Many believe that a large portion of homeowners are not in a house that is best for their current family circumstance; they could be baby boomers living in an empty, four-bedroom colonial, or a millennial couple living in a one-bedroom condo planning to start a family. These homeowners are ready to make a move, and since a lack of housing inventory is still a major challenge in the current housing market, this could be great news.Read More
Are you planning to update your current home to sell fast? Maybe you want to do some updates to a homes you are going to stay in for a few more years. The important thing to keep in mind is, at some point you will need to sell and you want to make sure that all of your blood, sweat and tears weren't a waste of time and money. Here is a quick list of areas that will produce the highest return at resale.
Whether you are selling your home, just purchased your first home or are a homeowner planning to stay put for a while, there is value in knowing which home improvement projects will net you the most Return On Investment (ROI).
- Minor bathroom renovations can go a long way toward improving the quality of your everyday life and/or impressing potential buyers.
- Upgrading your landscaping or curb appeal helps get buyers in the door. These upgrades rank as the 2nd and 4th renovations for returns on investment.
With home prices on the rise and buyer demand strong, some sellers are tempted to try and sell their homes on their own without using the services of a real estate professional. This type of sale is referred to as a FSBO [fiz-bow].
Investopedia breaks this acronym down:
'For Sale By Owner - FSBO'
The most common for-sale-by-owner transaction occurs in the real estate market when a homeowner wishes to avoid paying a large commission when selling their property. By not using a real estate agent, the seller assumes all the responsibilities of completing the transaction.
Real estate agents are trained and experienced in negotiation and, in most cases, the seller is not. Sellers must realize that their ability to negotiate will determine whether or not they get the best deal for themselves and their families.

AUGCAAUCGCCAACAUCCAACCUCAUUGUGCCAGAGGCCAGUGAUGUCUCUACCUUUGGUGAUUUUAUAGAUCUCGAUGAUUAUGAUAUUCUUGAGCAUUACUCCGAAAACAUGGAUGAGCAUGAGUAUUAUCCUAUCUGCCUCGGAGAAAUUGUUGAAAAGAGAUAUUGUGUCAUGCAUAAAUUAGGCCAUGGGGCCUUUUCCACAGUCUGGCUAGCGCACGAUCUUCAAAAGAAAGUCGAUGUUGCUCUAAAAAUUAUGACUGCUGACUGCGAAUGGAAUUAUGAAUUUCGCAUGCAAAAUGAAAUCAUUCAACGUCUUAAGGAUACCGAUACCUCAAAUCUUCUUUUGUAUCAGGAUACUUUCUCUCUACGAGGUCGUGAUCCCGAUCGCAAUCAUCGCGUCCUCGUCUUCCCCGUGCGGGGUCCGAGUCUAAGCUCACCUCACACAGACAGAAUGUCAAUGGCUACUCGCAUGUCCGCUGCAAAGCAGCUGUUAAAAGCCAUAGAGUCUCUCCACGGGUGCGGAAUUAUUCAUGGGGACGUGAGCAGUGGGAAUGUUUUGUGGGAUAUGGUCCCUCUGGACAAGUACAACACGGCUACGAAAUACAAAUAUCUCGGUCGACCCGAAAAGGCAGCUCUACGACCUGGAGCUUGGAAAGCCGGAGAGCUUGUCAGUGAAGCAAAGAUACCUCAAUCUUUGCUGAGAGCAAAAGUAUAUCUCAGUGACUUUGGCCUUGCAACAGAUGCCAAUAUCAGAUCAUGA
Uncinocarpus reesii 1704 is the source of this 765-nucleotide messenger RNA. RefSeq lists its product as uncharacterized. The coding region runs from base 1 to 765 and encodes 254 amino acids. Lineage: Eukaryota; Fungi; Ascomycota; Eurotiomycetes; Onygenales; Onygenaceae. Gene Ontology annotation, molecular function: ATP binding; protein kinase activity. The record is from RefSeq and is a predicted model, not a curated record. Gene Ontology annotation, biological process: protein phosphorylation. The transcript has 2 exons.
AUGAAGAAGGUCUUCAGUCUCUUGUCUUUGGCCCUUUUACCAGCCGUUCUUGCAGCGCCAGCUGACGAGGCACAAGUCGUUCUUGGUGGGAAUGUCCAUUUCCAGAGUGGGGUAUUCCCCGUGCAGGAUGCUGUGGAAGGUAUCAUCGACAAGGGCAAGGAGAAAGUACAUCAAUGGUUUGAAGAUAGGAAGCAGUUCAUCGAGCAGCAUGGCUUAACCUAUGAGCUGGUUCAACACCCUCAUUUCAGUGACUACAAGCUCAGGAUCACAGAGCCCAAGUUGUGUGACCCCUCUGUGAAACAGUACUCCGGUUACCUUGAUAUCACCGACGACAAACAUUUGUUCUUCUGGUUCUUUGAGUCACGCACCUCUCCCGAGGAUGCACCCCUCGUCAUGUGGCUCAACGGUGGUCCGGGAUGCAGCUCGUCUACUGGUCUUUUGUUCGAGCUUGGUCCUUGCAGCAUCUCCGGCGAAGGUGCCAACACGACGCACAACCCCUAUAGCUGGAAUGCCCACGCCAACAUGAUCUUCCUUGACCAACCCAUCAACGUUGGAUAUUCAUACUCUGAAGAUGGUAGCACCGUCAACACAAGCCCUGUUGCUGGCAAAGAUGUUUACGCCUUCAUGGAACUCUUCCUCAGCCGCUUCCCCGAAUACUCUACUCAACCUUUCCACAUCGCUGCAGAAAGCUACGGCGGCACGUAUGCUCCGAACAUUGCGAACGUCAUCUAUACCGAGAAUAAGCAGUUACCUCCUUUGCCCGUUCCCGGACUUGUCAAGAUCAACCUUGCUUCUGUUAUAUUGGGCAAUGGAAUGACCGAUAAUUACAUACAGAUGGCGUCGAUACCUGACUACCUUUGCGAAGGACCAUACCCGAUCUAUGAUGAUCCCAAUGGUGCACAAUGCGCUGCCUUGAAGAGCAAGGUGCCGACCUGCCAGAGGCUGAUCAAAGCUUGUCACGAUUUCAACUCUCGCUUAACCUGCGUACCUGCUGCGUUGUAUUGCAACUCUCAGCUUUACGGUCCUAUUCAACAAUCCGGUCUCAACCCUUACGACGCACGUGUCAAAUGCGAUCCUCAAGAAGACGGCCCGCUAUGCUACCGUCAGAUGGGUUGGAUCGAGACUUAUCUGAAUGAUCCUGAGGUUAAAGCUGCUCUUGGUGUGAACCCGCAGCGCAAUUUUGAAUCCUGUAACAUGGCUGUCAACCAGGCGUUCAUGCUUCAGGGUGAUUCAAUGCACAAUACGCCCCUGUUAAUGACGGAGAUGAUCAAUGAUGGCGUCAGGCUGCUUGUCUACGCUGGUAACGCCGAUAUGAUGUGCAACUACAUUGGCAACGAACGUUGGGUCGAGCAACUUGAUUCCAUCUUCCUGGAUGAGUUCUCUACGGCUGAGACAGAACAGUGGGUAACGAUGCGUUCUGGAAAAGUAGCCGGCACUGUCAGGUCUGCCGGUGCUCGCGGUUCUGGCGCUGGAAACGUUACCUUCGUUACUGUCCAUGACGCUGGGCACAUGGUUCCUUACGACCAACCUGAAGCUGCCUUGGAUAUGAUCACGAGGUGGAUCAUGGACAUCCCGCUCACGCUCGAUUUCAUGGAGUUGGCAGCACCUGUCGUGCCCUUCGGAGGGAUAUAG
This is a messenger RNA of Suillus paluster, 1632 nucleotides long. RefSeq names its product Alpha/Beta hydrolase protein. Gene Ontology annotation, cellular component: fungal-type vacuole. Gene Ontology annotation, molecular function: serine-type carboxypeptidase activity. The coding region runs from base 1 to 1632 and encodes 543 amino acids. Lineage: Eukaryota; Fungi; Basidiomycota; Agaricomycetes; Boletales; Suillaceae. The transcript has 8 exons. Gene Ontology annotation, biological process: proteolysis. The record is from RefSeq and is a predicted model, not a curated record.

The idea of writing this Blog post came about because I called a gentleman last week that had changed his voicemail while his home was listed FSBO. I could hear the frustration in the sellers voice:
It isn't hard to tell how frustrated James is with his home listing...
We spoke for a little while and I am going to be meeting with him late next week to see if I can help him. Even if he isn't interested in listing his home for sale with me, I feel it is only right to offer counsel to a man and his family if I can.
Selling your home on your own is no easy task. Heck, selling a home as an agent is never easy... we just make it look that way! Lol.
Before your home even gets listed for sale an agent should be investing a good portion of time in getting to know your home, the home sales and current listings in your neighborhood and compare the data to measure it against the current market.
Listing a home for sale isn't a matter of knowing HOW MUCH a homeowner wants to make. When a agents agrees to sell your home they should be offering a certain level of expertise and professionalism.
Your agents primary concern should be: Is this the best decision for you and your family?!
Here is a list of some of the people with whom the seller must be prepared to negotiate if they decide to FSBO:
- The buyer who wants the best deal possible
- The buyer’s agent who solely represents the best interest of the buyer
- The buyer’s attorney (in some parts of the country)
- The home inspection companies, which work for the buyer and will almost always find some problems with the house
- The termite company if there are challenges
- The buyer’s lender if the structure of the mortgage requires the sellers’ participation
- The appraiser if there is a question of value
- The title company if there are challenges with certificates of occupancy (CO) or other permits
- The town or municipality if you need to get the CO permits mentioned above
- The buyer’s buyer in case there are challenges with the house your buyer is selling
- Your bank in the case of a short sale
The percentage of sellers who have hired real estate agents to sell their homes has increased steadily over the last 20 years. Meet with a professional in your local market to see the difference they can make in easing the process.
So you made an offer, it was accepted, and now your next task is to have the home inspected prior to closing. Oftentimes, agents make your offer contingent on a clean home inspection.
This contingency allows you to renegotiate the price you paid for the home, ask the sellers to cover repairs, or even, in some cases, walk away. Your agent can advise you on the best course of action once the report is filed.